We’re washing our hands. We’re avoiding large gatherings. For those of us lucky enough to be able to work remotely, we’re asking our teams to stay home while continuing to support and run our businesses as best as we can. But how else are we giving back in a time that it is needed the most?
Since mandatory lockdowns began in the U.S. in March, many have stepped up to support the needs of some of our most vulnerable population and the real heroes working on the frontlines of this pandemic.
Technology companies like LinkedIn and Zoom have opened up parts of their platforms for free to students and schools, to encourage virtual learning. Investment bank Morgan Stanley pledged $10 million in support of COVID-19 response efforts, including organizations like Feeding America, the CDC Foundation, and the COVID-19 Solidarity Response Fund, which was launched by the United Nations Foundation and the Swiss Philanthropy Foundation. Famous musicians like Chris Martin of Coldplay, John Legend and Bono have played free virtual concerts via social media, encouraging people to practice social distancing and to raise funds for various charities.
However, giving back is not limited to those who pledge or raise millions of dollars for non-profits, or folks who command a vast social media following. The opportunity to make an impact in these challenging times is much closer to home and our own local communities than we can imagine. For a few hours a week, here are several ways to give back today without leaving home.
Despite government stimulus packages and aids, small businesses across the U.S. have already felt the financial crunch from coronavirus restrictions lasting just a few weeks. At best, many have reduced hours or closed their doors temporarily. For some, the ability to re-open when this is all behind us is uncertain. This is why the small actions we make today, if we are able, could help our favorite bar or local restaurant keep afloat; buy gift cards, order food-to-go, participate in local fundraising efforts.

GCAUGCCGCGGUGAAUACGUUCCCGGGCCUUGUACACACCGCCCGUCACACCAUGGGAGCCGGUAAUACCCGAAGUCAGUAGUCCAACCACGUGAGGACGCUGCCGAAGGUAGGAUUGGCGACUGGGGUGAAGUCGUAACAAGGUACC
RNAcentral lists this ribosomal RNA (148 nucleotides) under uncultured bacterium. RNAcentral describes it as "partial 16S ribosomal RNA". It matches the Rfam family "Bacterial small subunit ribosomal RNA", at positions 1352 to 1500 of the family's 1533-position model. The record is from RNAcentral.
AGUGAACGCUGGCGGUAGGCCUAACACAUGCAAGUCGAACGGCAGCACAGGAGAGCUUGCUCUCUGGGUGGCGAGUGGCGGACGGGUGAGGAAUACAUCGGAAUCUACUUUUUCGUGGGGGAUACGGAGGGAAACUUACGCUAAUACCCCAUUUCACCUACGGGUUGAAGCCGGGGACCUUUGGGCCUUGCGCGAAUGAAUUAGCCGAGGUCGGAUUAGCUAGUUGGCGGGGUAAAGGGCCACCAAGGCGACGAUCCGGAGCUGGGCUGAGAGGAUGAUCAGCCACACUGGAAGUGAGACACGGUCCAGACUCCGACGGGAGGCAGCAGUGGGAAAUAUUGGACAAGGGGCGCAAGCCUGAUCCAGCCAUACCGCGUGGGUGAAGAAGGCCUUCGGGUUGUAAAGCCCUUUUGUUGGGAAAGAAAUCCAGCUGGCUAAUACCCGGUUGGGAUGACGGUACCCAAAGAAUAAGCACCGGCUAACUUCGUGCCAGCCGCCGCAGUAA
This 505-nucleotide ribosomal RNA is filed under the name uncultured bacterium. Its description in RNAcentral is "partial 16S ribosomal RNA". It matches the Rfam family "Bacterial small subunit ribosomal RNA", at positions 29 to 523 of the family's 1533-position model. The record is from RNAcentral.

Taking that a step further, social platforms like MicroMentor, a program of non-profit group Mercy Corps, have put together a resource specifically for small business owners impacted by the coronavirus pandemic. There are volunteer opportunities for business leaders who have experience guiding businesses through a period of sustained revenue loss to mentor companies through this economic downturn. With small and medium-sized businesses accounting for half to two-thirds of jobs worldwide, helping these businesses navigate these challenging times is ever-more impactful today.
Many of us now tasked with homeschooling our children while juggling our jobs at home overlook the fact that this in itself is a privilege. Many first respondents and other essential workers do not have the opportunity to teach or tutor their kids at home.
If you could spare the time, there are a multitude of virtual volunteer opportunities – even for as little as 30 minutes per week – to help under-resourced communities and students. Non-profits like Upchieve.org, or TutorMate have a platform to connect volunteer adults with young learners to keep them engaged even through these difficult times. If the last few weeks at home have taught me something, it is the importance of nurturing my children and keeping them learning.
We all react differently to stressful situations. An estimated 264 million people worldwide have an anxiety disorder, and in the past year alone, more than 19% of U.S. adults have experienced some form of anxiety. The uncertainty of an unknown disease taking the lives of so many can be overwhelming and can take an emotional toll, but imagine having to deal with this in isolation.
Learning how to cope with stress can make our community stronger. Crisis Text Line offers a free 24/7 messaging line for people in distress. The service is powered by volunteer Crisis Counselors who, like many of us today, work remotely – anywhere with a computer and secure internet connection. Sometimes it just takes some active listening and collaborative problem solving to get through a tough day. The service is currently available in the U.S., Canada, Ireland and the UK, and they are always looking for volunteers.
Despite the uncertainty that we all face amidst the COVID-19 crisis, what many of us have earned through it all, which we often neglect, is the gift of time. Now it’s up to us to use it as best as we can to persevere, and help each other get through these challenging times.
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